A high level delegation from the United Arab Emirates, led by President Sheikh Mohamed bin Zayed, travelled to Baku on Monday afternoon (8 January) for talks with president Ilham Aliyev of Azerbaijan. On Tuesday, President Mohamed bin Zayed and his delegation held talks with the president of Azerbaijan and other Azerbaijani officials. The official website of the Azerbaijani president also listed a number of documents agreed by the two sides that were signed in the framework of the visit. At the start of the visit, Sheikh Mohamed laid a wreath at the tomb of Heydar Aliyev, the founder of modern Azerbaijan, as well as at the Eternal Flame monument, according to UAE state news agency, Wam. The President was accompanied by Sheikh Mansour bin Zayed, Vice President, Deputy Prime Minister and Chairman of the Presidential Court; Sheikh Abdullah bin Zayed, Minister of Foreign Affairs; Sheikh Hamdan bin Zayed, Ruler's Representative in Al Dhafra Region; Sheikh Mohammed bin Hamad, Adviser for Special Affairs at the Presidential Court; Ali Al Shamsi, deputy secretary general of the Supreme National Security Council; Dr Anwar Gargash, diplomatic adviser to the President and former minister of state for foreign affairs; Suhail Al Mazrouei, Minister of Energy and Infrastructure; Dr Sultan Al Jaber, Minister of Industry and Advanced Technology; Mohamed Al Suwaidi, Minister of Investment; Ahmed Al Sayegh, Minister of State; and Mohammed Al Balushi, ambassador to Azerbaijan. President Aliyev later in the evening hosted an official dinner for the Emirati guests. No information has been released regarding the nature of the talks under discussion, but for sure Azerbaijani is keen to learn from the experience of the UAE in hosting COP28 in December, as it prepares to host COP29 in Baku later this year. COP29 will be the biggest international event ever held in the South Caucasus.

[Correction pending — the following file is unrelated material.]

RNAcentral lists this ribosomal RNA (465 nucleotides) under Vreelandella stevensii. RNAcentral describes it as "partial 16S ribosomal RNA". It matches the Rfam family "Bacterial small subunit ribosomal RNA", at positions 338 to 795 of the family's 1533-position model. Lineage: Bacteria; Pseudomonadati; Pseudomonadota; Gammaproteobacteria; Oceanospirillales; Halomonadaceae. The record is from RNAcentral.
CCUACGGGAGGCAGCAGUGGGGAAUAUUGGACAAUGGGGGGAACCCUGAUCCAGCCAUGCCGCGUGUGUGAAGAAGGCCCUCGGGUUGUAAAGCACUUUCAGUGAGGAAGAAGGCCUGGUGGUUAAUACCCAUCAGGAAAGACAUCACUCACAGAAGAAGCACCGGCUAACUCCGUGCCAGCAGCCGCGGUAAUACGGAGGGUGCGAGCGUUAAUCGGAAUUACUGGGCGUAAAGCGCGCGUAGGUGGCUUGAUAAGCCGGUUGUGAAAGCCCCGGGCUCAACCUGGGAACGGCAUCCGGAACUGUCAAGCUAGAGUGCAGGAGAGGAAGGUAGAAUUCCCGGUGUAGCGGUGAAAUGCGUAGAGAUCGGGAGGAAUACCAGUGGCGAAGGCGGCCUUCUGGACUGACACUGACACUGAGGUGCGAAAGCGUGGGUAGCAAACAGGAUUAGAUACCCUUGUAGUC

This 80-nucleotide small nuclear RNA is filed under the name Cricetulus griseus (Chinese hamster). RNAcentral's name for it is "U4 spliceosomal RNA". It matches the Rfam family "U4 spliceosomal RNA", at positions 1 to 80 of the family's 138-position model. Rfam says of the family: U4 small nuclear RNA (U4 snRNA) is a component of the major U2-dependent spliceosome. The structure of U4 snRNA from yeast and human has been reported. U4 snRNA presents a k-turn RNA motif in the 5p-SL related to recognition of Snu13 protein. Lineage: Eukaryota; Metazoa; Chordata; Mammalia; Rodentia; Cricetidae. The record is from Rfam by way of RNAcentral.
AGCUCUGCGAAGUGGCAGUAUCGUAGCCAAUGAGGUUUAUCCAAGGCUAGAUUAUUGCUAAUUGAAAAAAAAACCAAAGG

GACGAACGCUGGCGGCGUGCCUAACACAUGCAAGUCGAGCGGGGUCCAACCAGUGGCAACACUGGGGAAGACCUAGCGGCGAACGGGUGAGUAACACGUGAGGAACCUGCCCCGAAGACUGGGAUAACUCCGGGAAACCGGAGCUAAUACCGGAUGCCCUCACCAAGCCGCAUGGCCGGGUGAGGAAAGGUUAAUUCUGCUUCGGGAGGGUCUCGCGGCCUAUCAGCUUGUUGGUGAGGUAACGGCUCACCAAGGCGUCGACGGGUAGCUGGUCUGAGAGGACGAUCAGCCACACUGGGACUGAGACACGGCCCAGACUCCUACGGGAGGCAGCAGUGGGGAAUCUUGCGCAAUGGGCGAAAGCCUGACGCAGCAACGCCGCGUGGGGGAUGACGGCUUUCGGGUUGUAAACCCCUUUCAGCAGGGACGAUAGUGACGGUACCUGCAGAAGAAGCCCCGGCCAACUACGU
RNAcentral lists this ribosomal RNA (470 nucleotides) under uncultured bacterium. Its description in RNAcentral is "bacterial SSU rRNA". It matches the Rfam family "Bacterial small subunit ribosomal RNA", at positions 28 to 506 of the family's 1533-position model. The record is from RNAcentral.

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Borrell holds talks with Saudi leaders

Borrell holds talks with Saudi leaders

EU High Representative for Foreign and Security Policy, Josep Borrell, visited Saudi Arabia on 7-8 January for talks with Foreign Minister Prince Faisal bin Farhan and the Secretary General of the Gulf Cooperation Council Jasem Mohamed Albudaiwi. A statement from the European External Action Service  in Brussels said that the mission follows his trip to Lebanon and is part of Borrell’s engagement with regional partners to advance diplomatic efforts with a view to creating the conditions to reach a just and lasting peace between Israel, Palestine and in the region. "The trip will be an occasion to discuss all aspects of the situation in and around Gaza, including its impact on the region. He will also address the worrying escalation in the Red Sea", the statement added. During the meetings with Saudi officials in Al-Ula bilateral cooperation and regional priorities in the framework of the EU’s partnership with the Gulf Cooperation Council were discussed.